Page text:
“The Court’s jurisdictional ruling yesterday has no bearing on the merits of the County’s claims against the Tepper Defendants and the City of Rock Hill -- it simply determined that the County’s claims against the Tepper Defendants may be litigated in federal court due to the Tepper Defendants’ insider bankruptcy claim,” the statement from lead lawyer John T. Lay said. “It is also important to note the Court did agree with the County that its claims against the Tepper Defendants are not a “core” matter relative to the GTRE’s Bankruptcy case pending in Delaware.
“Therefore, York County is still entitled to pursue its claims against the Tepper Defendants separately from the GTRE Bankruptcy.”
In the statement from Lay, York County’s lawyers said the Tepper defendants continue to try and avoid legal scrutiny in York County where the allegations happened, and stated it will continue to seek justice for the people of York County.
“While York County would have preferred to litigate its claims against the Tepper Defendants in South Carolina state court, it is clear that the Tepper Defendants will stop at nothing to try to duck the scrutiny of the York County citizens they have harmed,” the statement said. “The County remains ready, able, and willing to pursue all of its strong claims against the Tepper Defendants wherever the Court directs to ensure York County’s citizens receive all monies they are entitled to.”
York County filed its lawsuit on June 8 against three other Tepper companies and the city of Rock Hill. The lawsuit alleges that Tepper’s companies -- Appaloosa Management, Tepper Sports Holding and DT Sports Holding -- misused $21 million of county money that was supposed to be spent on road improvements. The county’s lawsuit also claims the city of Rock Hill breached a contract to issue more than $100 million in bonds for the project.
York County wants its $21 million back.
York County also wants punitive damages against the three Tepper companies, which include Tepper’s massive hedge fund company and his Panthers companies.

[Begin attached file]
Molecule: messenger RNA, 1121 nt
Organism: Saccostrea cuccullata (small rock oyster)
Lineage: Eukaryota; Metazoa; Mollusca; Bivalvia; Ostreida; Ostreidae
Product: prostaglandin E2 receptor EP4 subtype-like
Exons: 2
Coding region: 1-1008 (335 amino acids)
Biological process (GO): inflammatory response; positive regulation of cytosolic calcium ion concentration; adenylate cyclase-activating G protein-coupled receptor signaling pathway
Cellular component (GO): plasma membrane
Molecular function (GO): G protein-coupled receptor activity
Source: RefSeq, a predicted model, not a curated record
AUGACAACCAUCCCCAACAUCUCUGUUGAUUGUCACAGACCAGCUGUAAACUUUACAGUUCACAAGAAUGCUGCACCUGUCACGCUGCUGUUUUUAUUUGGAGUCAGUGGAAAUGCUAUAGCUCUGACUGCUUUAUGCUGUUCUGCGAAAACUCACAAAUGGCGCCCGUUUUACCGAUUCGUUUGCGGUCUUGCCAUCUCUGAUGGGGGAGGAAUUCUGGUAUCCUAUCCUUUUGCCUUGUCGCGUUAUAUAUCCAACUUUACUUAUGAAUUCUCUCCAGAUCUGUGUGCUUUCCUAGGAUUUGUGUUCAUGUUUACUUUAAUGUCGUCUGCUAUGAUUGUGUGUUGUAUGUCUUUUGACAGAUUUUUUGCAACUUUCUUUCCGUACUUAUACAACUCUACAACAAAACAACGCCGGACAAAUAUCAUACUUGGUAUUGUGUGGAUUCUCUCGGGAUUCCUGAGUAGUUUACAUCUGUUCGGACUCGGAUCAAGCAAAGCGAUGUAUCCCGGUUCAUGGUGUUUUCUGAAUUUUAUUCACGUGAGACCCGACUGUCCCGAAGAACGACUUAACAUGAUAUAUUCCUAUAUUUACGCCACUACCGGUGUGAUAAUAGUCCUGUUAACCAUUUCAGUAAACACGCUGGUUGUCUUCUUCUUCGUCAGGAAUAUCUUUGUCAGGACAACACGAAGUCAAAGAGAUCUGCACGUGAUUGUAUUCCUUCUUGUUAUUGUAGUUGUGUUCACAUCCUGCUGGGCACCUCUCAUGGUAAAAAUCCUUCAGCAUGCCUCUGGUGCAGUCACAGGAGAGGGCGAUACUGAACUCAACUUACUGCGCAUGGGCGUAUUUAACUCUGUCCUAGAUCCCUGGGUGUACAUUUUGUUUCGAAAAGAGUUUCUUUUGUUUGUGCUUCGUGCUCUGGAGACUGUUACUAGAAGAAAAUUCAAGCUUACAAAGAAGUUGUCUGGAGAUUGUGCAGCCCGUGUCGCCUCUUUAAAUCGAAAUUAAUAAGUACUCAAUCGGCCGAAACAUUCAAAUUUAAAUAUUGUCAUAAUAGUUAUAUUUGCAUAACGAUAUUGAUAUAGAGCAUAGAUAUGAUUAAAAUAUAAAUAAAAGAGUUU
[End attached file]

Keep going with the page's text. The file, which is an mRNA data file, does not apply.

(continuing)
The York County lawsuit does not name GT Real Estate as a defendant, and York County claims the actions are unrelated.
Currie wrote in Wednesday’s order: “In March 2022, the funding arrangements collapsed.”
But Currie’s ruling Wednesday states that even with that collapse, the York County lawsuit is “related” to the bankruptcy of GT Real Estate.
The York County lawsuit against the other Tepper companies was first filed in South Carolina state court, then transferred by lawyers representing Tepper companies to South Carolina federal court.
Rock Hill also has denied all claims by Tepper companies and York County that it was required to issue bonds.
Bankruptcy on hold for Delaware judge
On Aug. 11, GT Real Estate filed a new $82 million plan in the bankruptcy case that would pay York County over $21 million if the Delaware bankruptcy judge approves the plan in at a September hearing.
York County has not yet responded, in statements or legal filings, to the proposed bankruptcy plan.
Neither have the city of Rock Hill, or other contractors and creditors, who as a whole claim to be owed more than $100 million.
Construction stopped at the site in March. The site remains idle.
What happens now?
The change of venue motion filed by creditors that would move the bankruptcy from Delaware to South Carolina remains pending.
York County is one of more than a dozen creditors, including Rock Hill and contractors, that want the bankruptcy case heard in South Carolina.
The Tepper companies want everything to stay in Delaware, court documents show.
Hearings are expected in September in Delaware court on both the change of venue, and the overall bankruptcy proposal tendered by Tepper companies on Aug. 11.